President Obama is “doing rather badly” according to Lord Carrington, the only surviving member of Winston Churchill’s government. The 95-year-old former Foreign Secretary made the comments in an interview with the Daily Telegraph to commemorate the 50th anniversary of Sir Winston’s death.
He said of the American President: ”I think he’s doing rather badly. I said to Henry Kissinger – an old mate of mine – what he thought of him, and he replied: ‘He makes the most wonderful speeches, very thoughtful. The trouble is: he thinks having made the speech, he has solved the problem.’ And I agree.’’
Carrington has been a looming figure on the British landscape for decades, having inherited his seat in the House of Lords aged 21 in 1940. He quickly rose up the ranks and served as Minister for Agriculture and Fisheries during Churchill’s Third Minister from 1951 – 1954. The post was crucial given how close the country was to starvation due to being too small to survive on home grown produce.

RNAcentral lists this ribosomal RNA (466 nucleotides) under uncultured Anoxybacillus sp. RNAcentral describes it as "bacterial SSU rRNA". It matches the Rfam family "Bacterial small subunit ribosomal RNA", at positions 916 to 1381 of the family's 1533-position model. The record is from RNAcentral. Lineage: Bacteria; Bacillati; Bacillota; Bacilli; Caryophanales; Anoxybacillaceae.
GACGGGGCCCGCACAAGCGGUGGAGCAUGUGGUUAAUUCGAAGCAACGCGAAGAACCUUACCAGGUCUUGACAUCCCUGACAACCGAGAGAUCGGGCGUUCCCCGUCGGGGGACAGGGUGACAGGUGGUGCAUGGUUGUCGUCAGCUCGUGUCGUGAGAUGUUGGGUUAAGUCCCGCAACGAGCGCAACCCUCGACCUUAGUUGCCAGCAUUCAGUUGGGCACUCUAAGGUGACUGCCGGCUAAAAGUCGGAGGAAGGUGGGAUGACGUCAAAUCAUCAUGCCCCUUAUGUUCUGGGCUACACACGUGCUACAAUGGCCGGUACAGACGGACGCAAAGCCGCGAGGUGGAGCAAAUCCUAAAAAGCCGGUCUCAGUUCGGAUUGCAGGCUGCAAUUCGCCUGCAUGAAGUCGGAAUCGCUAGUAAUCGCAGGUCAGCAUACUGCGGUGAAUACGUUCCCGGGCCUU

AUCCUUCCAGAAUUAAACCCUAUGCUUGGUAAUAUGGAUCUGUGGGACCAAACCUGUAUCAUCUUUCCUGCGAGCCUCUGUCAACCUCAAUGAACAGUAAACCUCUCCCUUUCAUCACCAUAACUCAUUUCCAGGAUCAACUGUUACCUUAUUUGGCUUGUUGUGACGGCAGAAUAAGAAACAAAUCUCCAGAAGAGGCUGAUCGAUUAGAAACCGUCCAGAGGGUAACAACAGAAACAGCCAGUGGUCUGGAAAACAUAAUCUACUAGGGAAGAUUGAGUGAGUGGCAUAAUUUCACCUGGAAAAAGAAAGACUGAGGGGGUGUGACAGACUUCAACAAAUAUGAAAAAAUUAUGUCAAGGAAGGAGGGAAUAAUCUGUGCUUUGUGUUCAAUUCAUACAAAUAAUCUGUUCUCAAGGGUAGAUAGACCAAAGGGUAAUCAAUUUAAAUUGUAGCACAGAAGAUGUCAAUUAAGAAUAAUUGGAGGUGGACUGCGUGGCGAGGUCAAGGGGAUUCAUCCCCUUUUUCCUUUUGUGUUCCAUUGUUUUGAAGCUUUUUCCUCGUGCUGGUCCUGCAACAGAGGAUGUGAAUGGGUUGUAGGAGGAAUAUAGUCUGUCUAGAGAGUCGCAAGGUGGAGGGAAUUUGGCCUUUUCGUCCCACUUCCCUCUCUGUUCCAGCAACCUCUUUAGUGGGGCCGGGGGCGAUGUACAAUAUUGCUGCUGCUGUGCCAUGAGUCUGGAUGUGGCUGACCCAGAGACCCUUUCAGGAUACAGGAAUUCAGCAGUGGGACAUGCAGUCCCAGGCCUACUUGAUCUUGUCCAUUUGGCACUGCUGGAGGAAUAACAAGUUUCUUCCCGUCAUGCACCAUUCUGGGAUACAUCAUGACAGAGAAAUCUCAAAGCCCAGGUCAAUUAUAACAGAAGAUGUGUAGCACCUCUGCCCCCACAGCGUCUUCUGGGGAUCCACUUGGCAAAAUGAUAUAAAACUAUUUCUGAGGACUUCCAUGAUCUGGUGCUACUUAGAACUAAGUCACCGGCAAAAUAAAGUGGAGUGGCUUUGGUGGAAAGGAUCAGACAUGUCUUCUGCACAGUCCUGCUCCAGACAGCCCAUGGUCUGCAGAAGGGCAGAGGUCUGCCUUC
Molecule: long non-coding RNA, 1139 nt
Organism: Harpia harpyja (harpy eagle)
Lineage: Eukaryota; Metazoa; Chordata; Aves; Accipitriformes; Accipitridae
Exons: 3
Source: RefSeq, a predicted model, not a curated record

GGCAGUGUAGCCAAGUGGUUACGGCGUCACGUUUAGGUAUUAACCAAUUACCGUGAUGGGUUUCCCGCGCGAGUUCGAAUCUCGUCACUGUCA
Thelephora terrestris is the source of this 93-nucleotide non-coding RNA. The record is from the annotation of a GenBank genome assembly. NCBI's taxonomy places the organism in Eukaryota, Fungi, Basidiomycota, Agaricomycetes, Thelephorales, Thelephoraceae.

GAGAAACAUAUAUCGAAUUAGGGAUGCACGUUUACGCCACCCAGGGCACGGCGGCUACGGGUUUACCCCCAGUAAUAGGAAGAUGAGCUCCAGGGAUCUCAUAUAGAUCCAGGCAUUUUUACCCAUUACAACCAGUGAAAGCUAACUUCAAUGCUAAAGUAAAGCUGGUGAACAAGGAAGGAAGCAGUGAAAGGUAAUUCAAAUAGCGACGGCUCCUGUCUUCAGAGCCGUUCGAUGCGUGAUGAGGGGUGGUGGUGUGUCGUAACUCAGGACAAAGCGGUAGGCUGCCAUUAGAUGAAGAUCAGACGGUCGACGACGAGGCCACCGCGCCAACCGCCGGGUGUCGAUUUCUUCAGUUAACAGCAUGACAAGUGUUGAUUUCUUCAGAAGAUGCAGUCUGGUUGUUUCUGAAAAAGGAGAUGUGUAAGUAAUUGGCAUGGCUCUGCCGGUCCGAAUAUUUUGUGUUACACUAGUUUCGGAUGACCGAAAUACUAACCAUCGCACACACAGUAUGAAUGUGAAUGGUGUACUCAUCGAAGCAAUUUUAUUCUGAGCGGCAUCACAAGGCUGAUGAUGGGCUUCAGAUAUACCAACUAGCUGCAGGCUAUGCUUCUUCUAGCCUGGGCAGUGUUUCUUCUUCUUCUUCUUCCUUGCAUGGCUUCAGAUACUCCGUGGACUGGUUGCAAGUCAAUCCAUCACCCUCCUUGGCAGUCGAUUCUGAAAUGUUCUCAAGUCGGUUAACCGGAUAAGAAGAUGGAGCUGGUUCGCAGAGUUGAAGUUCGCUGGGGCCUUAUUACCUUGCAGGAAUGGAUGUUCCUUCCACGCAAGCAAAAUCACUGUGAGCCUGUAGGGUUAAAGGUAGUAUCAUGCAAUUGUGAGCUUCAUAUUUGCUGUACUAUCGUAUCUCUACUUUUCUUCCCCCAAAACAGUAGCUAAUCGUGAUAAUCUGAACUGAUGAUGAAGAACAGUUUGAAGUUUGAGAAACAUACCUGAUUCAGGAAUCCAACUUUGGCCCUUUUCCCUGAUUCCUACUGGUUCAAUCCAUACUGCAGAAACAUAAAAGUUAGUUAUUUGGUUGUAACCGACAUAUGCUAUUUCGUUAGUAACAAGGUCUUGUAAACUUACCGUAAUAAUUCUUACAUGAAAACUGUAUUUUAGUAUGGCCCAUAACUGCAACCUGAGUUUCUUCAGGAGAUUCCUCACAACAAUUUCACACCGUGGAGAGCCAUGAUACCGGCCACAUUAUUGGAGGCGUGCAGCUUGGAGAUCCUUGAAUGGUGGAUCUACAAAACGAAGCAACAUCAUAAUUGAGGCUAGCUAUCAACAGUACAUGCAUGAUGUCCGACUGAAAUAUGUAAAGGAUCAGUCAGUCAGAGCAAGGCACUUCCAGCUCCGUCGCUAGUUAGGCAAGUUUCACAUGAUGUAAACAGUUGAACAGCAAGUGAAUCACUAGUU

He retired from ministerial office in 1984 to become NATO Secretary General, having been marred by being the Foreign Secretary who did not identify the dangers posed to the Falkland Islands by the Argentina. As a member of the House of Lord’s from 1940 he was exempt from military service during most of WWII but fought anyway and was awarded the Military Cross in 1945.
Given his record and his association with Sir Winston Churchill his comments are likely to be taken seriously in Britain, a country that has already expressed serious concerns about President Obama. Early on in his term Obama was widely believed to have ‘snubbed’ Britain by referring to France as America’s “oldest ally” and returning the bust of Churchill from the White House.
Obama had initially been popular in Britain as a result of his charisma, but fears about the damage he has done to the “Special Relationship” have significantly damaged his reputation.